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The Privacy and Electronic Communications Regulations (PECR)

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2018 Will most likely be known by many organisations the 'Year of GDPR'. In the first half of the year everyone was talking about this four letter acronym! There was a lot of fear, uncertainty and doubt about the topic and yet when you looked closer the majority of concerns were focused on the need to gain 'explicit' consent for processing of data.

So I imagine you're pleased that this is nearly over and we can all get on with our lives... But wait, there is more to come.

Whilst the GDPR put more emphasis on organisations to be transparent and evidence how they process data, the need for Consent is nothing new. There is a regulation that has been around for 15 years called the 'Privacy of Electronic Communication Regulation' (PECR) and it is this regulation that sets out the rules that govern when and how we can communicate with data subject.

If this is the first time you've heard of the PECR then you are already 15 years late to the party, and worse still the party is about to change.

What does PECR cover?

The Privacy and Electronic Communications Regulations (PECR) sit alongside the Data Protection Act and the GDPR and give people specific privacy rights in relation to electronic communications. Specifically these cover;

  • website owners
  • owners of apps that have electronic communication as a component
  • natural or legal persons sending direct marketing communications
  • telecommunications companies
  • messaging service providers (WhatsApp, Facebook and Skype)
  • internet access providers, (ex. a store or café providing open WIFI access)

Noting that 15 years ago many of the means of communicating hadn't been invented, it's time for a change, and this change comes by the name of the 'ePrivacy Directive'.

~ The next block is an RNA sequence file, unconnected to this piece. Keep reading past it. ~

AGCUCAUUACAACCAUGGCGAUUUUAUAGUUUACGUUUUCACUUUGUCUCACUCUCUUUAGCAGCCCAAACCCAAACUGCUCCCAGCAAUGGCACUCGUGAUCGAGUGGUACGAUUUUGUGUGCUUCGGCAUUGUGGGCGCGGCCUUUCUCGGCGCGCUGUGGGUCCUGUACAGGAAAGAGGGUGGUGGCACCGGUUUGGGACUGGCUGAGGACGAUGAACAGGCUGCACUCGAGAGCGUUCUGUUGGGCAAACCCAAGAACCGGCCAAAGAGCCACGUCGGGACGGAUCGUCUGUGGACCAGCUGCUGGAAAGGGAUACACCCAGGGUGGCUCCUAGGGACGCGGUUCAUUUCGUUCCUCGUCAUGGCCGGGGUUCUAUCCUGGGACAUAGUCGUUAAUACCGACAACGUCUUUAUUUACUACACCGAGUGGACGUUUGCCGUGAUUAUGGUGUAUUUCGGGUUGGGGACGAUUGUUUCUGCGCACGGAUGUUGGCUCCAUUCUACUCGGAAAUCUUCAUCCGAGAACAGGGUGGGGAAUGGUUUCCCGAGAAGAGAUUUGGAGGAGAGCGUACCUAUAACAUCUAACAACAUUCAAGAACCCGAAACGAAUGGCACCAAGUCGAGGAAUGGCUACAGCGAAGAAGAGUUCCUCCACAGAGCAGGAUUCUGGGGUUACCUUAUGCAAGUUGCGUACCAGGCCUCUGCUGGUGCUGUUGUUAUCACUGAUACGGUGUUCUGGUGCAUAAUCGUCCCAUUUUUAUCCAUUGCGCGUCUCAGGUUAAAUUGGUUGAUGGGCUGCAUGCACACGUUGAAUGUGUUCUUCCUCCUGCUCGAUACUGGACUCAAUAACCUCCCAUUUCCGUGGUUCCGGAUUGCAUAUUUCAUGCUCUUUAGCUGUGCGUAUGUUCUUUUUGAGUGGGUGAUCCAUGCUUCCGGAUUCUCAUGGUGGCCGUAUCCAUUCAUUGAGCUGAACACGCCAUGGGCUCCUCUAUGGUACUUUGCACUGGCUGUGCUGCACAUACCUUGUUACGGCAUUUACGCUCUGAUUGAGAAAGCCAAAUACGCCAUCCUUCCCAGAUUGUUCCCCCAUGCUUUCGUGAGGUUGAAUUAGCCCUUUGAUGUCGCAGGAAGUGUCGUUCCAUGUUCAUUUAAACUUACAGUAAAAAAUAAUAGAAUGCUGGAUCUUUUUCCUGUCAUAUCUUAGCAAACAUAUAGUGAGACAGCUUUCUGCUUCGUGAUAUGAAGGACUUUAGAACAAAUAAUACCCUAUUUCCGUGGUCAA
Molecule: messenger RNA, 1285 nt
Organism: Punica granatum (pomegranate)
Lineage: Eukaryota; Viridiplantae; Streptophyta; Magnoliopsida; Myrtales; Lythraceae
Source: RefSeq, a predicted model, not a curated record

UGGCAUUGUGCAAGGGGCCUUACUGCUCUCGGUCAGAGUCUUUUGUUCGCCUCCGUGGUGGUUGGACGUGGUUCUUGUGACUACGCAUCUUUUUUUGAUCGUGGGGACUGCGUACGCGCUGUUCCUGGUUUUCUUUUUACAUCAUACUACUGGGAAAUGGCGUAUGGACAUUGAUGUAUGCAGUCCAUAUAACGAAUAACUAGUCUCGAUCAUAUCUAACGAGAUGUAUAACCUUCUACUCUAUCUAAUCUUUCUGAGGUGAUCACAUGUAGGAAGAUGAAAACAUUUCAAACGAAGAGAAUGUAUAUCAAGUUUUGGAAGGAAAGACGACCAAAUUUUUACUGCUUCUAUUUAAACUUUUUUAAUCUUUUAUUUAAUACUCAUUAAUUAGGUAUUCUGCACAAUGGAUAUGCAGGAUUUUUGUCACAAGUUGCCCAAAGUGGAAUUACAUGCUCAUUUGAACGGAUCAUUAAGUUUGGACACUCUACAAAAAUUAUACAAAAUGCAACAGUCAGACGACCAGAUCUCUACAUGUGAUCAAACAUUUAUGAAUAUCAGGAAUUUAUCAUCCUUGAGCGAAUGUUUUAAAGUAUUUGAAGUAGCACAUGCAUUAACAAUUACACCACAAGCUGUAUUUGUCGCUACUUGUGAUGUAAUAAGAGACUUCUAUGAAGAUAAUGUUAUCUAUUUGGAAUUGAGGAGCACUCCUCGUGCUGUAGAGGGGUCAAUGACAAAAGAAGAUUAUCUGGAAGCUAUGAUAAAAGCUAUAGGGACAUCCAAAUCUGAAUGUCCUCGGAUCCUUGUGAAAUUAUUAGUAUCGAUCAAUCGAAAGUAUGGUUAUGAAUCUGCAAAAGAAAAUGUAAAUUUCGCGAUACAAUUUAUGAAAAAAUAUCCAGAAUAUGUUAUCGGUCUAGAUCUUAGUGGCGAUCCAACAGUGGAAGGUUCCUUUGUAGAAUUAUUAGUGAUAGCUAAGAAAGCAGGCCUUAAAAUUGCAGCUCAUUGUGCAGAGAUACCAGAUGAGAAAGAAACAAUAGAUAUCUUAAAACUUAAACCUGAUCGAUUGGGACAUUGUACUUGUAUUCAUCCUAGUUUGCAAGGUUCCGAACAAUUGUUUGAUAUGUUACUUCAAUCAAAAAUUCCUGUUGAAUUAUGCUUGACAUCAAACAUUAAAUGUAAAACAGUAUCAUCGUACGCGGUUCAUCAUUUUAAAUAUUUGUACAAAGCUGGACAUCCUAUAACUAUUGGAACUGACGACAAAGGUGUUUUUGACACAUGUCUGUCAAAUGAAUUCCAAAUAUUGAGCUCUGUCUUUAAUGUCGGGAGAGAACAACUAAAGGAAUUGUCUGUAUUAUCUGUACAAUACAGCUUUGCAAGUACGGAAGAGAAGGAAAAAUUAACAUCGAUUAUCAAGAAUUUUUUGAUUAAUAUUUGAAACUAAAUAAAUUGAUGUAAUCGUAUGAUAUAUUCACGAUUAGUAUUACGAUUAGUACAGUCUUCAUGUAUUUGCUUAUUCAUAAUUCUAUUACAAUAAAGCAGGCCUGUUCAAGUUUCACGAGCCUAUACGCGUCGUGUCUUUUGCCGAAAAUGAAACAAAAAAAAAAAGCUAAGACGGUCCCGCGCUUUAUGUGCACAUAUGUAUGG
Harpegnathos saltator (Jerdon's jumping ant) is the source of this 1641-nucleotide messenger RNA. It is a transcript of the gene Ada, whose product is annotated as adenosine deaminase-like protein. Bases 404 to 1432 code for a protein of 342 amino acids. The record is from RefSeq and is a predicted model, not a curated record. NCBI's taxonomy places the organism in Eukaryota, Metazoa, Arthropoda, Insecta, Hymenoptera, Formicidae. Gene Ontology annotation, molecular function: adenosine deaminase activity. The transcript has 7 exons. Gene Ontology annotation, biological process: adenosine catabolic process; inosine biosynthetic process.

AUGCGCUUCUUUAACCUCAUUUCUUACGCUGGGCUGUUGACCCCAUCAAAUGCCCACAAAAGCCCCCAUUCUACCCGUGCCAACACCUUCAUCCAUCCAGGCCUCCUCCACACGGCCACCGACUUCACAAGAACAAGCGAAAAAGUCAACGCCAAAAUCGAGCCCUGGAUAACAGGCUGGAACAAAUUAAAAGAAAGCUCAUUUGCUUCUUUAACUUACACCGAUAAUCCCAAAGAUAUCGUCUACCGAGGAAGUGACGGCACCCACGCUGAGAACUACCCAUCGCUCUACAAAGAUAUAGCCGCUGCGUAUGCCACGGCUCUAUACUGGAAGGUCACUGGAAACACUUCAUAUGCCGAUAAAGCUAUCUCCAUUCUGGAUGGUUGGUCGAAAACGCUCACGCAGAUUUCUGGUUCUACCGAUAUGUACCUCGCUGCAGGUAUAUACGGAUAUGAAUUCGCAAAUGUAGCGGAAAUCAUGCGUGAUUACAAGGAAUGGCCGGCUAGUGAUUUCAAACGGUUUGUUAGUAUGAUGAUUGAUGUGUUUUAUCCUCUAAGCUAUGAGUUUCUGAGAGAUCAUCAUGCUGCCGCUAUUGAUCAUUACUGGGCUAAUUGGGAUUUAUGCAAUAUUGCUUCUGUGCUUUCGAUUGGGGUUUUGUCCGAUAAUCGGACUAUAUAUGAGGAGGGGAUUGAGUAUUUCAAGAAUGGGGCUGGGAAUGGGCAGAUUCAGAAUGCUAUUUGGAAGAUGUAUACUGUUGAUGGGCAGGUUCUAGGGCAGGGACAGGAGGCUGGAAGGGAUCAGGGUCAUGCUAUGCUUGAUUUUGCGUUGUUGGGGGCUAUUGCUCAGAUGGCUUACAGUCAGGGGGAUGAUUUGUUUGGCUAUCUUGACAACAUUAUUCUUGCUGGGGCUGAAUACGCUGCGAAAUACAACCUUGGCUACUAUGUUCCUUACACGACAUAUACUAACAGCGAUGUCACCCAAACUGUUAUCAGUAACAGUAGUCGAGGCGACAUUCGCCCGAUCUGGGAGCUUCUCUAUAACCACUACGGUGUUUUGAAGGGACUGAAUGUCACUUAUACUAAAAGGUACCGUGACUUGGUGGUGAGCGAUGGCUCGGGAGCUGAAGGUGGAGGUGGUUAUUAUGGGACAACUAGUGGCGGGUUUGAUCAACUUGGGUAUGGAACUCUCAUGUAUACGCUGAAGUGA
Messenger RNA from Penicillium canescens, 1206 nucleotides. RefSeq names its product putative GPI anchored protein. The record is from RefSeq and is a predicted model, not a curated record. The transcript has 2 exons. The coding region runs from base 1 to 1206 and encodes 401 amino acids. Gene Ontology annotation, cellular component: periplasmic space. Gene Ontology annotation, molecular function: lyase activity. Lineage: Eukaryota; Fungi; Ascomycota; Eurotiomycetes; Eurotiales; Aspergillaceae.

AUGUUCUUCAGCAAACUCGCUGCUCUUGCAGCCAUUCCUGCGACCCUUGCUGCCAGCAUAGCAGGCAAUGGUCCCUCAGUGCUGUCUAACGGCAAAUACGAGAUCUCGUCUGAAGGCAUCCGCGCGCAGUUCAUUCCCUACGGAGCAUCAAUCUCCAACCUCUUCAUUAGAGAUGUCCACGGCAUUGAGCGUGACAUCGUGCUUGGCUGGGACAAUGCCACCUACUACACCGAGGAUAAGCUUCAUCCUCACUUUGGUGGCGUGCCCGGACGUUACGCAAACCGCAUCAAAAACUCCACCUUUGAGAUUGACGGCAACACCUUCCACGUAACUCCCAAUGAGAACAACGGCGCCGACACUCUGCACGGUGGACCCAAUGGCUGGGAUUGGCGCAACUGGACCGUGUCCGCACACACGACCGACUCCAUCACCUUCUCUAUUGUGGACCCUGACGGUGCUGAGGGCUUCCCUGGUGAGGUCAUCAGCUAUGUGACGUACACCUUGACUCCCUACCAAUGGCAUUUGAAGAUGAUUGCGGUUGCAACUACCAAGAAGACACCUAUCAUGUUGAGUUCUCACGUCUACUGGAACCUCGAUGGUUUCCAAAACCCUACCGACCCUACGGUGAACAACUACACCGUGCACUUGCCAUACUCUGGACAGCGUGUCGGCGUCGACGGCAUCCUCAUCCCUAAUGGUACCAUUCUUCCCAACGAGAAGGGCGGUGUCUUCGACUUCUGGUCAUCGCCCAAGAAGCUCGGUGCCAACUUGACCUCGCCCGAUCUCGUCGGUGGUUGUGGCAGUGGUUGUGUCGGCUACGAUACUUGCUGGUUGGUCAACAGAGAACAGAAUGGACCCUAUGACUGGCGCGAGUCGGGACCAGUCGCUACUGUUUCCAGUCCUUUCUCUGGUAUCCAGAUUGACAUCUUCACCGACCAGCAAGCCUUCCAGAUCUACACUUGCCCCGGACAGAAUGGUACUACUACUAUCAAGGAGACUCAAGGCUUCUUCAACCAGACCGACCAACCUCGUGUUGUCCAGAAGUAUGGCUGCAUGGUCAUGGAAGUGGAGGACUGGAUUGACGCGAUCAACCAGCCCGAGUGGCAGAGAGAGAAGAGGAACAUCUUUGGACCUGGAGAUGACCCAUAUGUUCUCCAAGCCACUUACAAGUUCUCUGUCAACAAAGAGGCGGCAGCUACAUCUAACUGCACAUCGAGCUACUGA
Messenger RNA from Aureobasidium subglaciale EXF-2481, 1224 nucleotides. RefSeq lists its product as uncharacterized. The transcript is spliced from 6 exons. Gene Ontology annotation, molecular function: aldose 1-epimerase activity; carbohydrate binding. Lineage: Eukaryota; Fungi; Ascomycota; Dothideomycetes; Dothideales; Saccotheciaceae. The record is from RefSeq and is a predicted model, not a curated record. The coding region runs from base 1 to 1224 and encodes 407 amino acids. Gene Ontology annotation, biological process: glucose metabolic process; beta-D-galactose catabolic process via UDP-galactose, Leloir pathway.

Replacing the outgoing PECR, the ePrivacy Regulation will encompass modern communication services including WhatsApp, Facebook Messenger, Gmail and Internet of Things (IoT) devices.

To ensure confidentiality, the Regulation mandates that organisations must not store, monitor, scan or otherwise intercept the electronic communications data of their users without their knowledge or Consent.

Organisations must respect these preferences, giving data subjects more control over the way in which their movements are tracked online and ultimately removing the need to confirm consent for each individual website.

Just like the GDPR, ePrivacy will apply to any business that services EU-based end-users with an electronic communication service, uses technology to track online activity or conducts direct marketing online. The implications are clear; This is going to affect a lot of organisations.

For example when it comes to marketing and advertising online many organisations rely on customer analytics to inform their direct marketing communications but, under ePrivacy, they will have to secure prior consent before tracking behaviour and launching such communications.

When is this happening?

Currently there is no set date for the new Regulation to come into force. It was originally slated to be enacted in 2018, but 2019 and possibly even 2020 are now looking likely. So you've plenty of time, right? Wrong.